7(a) Lending Opens Opportunities for America’s Small Businesses; Wisconsin Leads the Nation in 7(a) Small Loans
WASHINGTON – The U.S. Small Business Administration 7(a) Loan Program reached another lending record in FY 2014, announced today by SBA Administrator Maria Contreras-Sweet. By the end of the fiscal year (Sept. 30), SBA had approved 52,044 7(a) loans for $19.19 billion, an increase of 12 percent in number of loans and 7.4 percent in dollar amount over FY 2013.
Wisconsin’s 7(a) lending increased 5.6 percent from 1456 to 1537 loans. The Badger State also led the nation for the second year in the 7(a) Small Loan Program; 384 loans of $350,000 and under were made for $58.7 million, a 67 percent increase in numbers and a 54 percent increase in dollars over FY 2013. Wisconsin lenders also made more SBA loans to start-up businesses, from 501 in FY 2013 to 534 in FY2014—nearly one-third of all SBA loans made here. While total 7(a) dollars loaned dropped from $552.1 last year to $445 million this year, this reflects the growth in volume of smaller loans.
The 7(a) program is designed to provide small businesses with the most comprehensive type of financial assistance to cover the vast majority of business expenses, such as short and long-term working capital, exports, and refinancing existing debt under certain conditions.
“As our economy continues to grow and recover, small businesses are the essential fuel to that continued growth,” said Contreras-Sweet. “Thanks to the hard work and outreach by our lending partners, SBA staff, and our resource partners, as well as the small business owners themselves, we have been able to put more capital into the hands of our nation’s entrepreneurs. We know that America’s small businesses pack the biggest punch, creating two out of every three net new private sector jobs in the U.S. These small businesses are the cornerstone of our communities, so their success and expansion is vital to the nation’s economic growth.”
SBA had been authorized $17.5 billion in the FY 2014 lending program. It became clear that lending would exceed that amount; therefore the agency secured an increase for the 7(a) program in the Continuing Resolution that was approved in mid-September.
Other SBA loans that did well in fiscal 2014 were those $150,000 and under. Spurred by the fee relief implemented at the beginning of the fiscal year (fees were set to zero), these loans saw an increase of 23 percent in number of loans (30,675) and 29 percent in approved dollars ($1.86 billion) over fiscal year 2013 (24,923 and $1.44 billion respectively). Wisconsin saw an even larger increase of nearly 30 percent in loan numbers (951 in FY 2014 from 734 in FY 2013) and a 40 percent increase in dollars ($63.9 million in FY2014 from $45.7 million in FY2013). Eight hundred fifteen Badger State borrowers received fee relief of $895 per loan for $730,000 in savings.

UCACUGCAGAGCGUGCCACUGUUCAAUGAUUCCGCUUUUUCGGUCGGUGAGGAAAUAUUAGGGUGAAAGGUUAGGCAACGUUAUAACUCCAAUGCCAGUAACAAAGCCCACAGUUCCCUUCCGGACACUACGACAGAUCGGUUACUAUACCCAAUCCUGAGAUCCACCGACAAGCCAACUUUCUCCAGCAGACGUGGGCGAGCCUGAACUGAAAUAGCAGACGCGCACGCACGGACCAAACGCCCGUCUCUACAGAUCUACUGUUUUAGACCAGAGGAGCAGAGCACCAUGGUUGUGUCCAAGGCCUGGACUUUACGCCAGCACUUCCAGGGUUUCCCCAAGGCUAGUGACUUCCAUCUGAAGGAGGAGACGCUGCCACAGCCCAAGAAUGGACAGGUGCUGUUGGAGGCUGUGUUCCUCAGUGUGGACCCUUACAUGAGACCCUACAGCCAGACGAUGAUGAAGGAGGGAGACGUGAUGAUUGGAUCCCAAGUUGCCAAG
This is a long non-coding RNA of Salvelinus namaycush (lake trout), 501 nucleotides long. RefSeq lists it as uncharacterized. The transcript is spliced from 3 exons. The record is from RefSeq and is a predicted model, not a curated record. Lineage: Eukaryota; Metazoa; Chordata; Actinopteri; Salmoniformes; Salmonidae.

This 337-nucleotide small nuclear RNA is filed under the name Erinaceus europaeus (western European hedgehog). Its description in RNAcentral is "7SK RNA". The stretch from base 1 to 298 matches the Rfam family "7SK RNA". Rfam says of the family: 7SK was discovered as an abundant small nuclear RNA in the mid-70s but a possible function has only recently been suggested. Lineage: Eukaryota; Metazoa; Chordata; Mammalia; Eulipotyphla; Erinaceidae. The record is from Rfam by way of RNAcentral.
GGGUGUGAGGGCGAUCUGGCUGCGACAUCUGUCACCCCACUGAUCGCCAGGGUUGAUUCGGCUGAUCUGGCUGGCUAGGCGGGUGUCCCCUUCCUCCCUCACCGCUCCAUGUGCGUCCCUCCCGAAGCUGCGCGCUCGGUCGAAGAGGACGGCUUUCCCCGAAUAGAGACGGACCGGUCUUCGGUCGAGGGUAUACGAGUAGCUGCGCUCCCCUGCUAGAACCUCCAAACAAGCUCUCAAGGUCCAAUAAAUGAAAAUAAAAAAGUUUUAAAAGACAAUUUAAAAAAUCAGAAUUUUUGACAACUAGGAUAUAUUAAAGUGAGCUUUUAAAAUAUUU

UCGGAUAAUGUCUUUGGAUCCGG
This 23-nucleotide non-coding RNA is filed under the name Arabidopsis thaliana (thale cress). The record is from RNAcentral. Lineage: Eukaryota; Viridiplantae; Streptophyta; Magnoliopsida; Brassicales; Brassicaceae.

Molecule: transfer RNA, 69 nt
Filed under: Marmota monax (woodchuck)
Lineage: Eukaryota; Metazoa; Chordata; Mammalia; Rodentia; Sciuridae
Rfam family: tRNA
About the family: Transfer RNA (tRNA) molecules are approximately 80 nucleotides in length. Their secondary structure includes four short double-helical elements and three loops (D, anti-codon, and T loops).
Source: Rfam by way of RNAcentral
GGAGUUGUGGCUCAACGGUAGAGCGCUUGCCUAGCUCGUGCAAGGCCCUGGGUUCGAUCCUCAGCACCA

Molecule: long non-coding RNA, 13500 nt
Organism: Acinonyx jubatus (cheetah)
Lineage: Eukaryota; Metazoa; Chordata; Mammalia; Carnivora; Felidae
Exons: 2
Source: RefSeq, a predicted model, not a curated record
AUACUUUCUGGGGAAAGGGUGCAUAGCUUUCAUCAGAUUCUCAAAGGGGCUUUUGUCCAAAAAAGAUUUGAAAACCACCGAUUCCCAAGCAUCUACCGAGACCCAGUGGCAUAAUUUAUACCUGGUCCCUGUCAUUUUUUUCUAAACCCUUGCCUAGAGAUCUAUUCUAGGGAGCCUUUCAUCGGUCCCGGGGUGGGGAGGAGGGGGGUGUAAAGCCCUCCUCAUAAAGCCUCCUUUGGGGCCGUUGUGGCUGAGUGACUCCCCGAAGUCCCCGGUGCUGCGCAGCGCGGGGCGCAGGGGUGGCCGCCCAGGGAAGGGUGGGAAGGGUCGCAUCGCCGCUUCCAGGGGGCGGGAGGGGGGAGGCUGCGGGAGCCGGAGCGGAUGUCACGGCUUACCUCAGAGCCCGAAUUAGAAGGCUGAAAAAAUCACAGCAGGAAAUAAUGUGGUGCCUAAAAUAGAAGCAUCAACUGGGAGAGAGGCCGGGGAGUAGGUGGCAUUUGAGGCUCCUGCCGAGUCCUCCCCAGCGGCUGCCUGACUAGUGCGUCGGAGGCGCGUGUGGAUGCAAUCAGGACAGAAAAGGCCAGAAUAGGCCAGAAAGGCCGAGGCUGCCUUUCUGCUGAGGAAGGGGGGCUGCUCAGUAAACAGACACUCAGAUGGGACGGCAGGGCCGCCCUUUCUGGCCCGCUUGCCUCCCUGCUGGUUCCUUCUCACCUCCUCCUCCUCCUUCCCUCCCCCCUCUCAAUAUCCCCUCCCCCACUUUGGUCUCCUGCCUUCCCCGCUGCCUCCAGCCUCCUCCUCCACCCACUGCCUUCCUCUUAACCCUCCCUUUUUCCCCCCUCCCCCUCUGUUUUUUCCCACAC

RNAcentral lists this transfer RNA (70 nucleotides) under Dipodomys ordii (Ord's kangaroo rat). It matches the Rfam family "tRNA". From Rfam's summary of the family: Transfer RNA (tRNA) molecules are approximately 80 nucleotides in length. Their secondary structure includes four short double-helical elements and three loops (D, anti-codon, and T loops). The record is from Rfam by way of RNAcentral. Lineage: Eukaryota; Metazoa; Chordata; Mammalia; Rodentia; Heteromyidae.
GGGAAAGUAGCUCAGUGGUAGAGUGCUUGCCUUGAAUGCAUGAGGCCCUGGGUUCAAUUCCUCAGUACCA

Fee relief was also instrumental in helping veteran small business owners through the Veteran Advantage initiative (zero fees on loans $150,000 to $350,000 to veterans.) Fee relief for veterans began January 1, 2014, and by the end of the fiscal year amounted to $610,000. Fee relief for both loans $150,000 and under, and for SBA Veterans Advantage, was extended through FY 2015.
Small businesses reflect the dynamic demographics of the United States. In FY 2014, the number of SBA loans to African Americans grew by roughly 36 percent over the previous year. For Hispanics and women, there was an increase of 14 percent for each group. Wisconsin saw growth in both dollars and numbers of loans to African American and Hispanic borrowers and in loan dollars to women.
In our efforts to reach out and help small businesses across the nation, lenders play an important role as partners, as it is through them that SBA financial assistance is channeled and managed. In FY 2014, SBA added 308 new lenders that, collectively, made 684 loans for nearly $317 million.
As exports continue to play a pivotal role in strengthening the nation’s economy, SBA loans to exporters grew by 3.7 percent in number of loans and 12 percent in dollar amount over last year.
One of the ways in which SBA helps small businesses is through providing essential bid and performance bonds to small contractors, which allows these small businesses to be more competitive when bidding on contracts, be they with the government or the private sector. In fiscal year 2014, SBA Office of Surety Bond Program saw an increase of four percent in total contract value, from $6.168 billion in FY 2013 to $6.413 billion in FY 2014. Total bond contract amount also grew from $1.262 billion in FY 2013 to $1.358 in FY 2014, an increase of eight percent.
For more information about the SBA’s loan programs and other financial assistance as well as services, please visit http://go.usa.gov/GQh3. For more information on SBA Wisconsin, visit http://www.sba.gov/wi.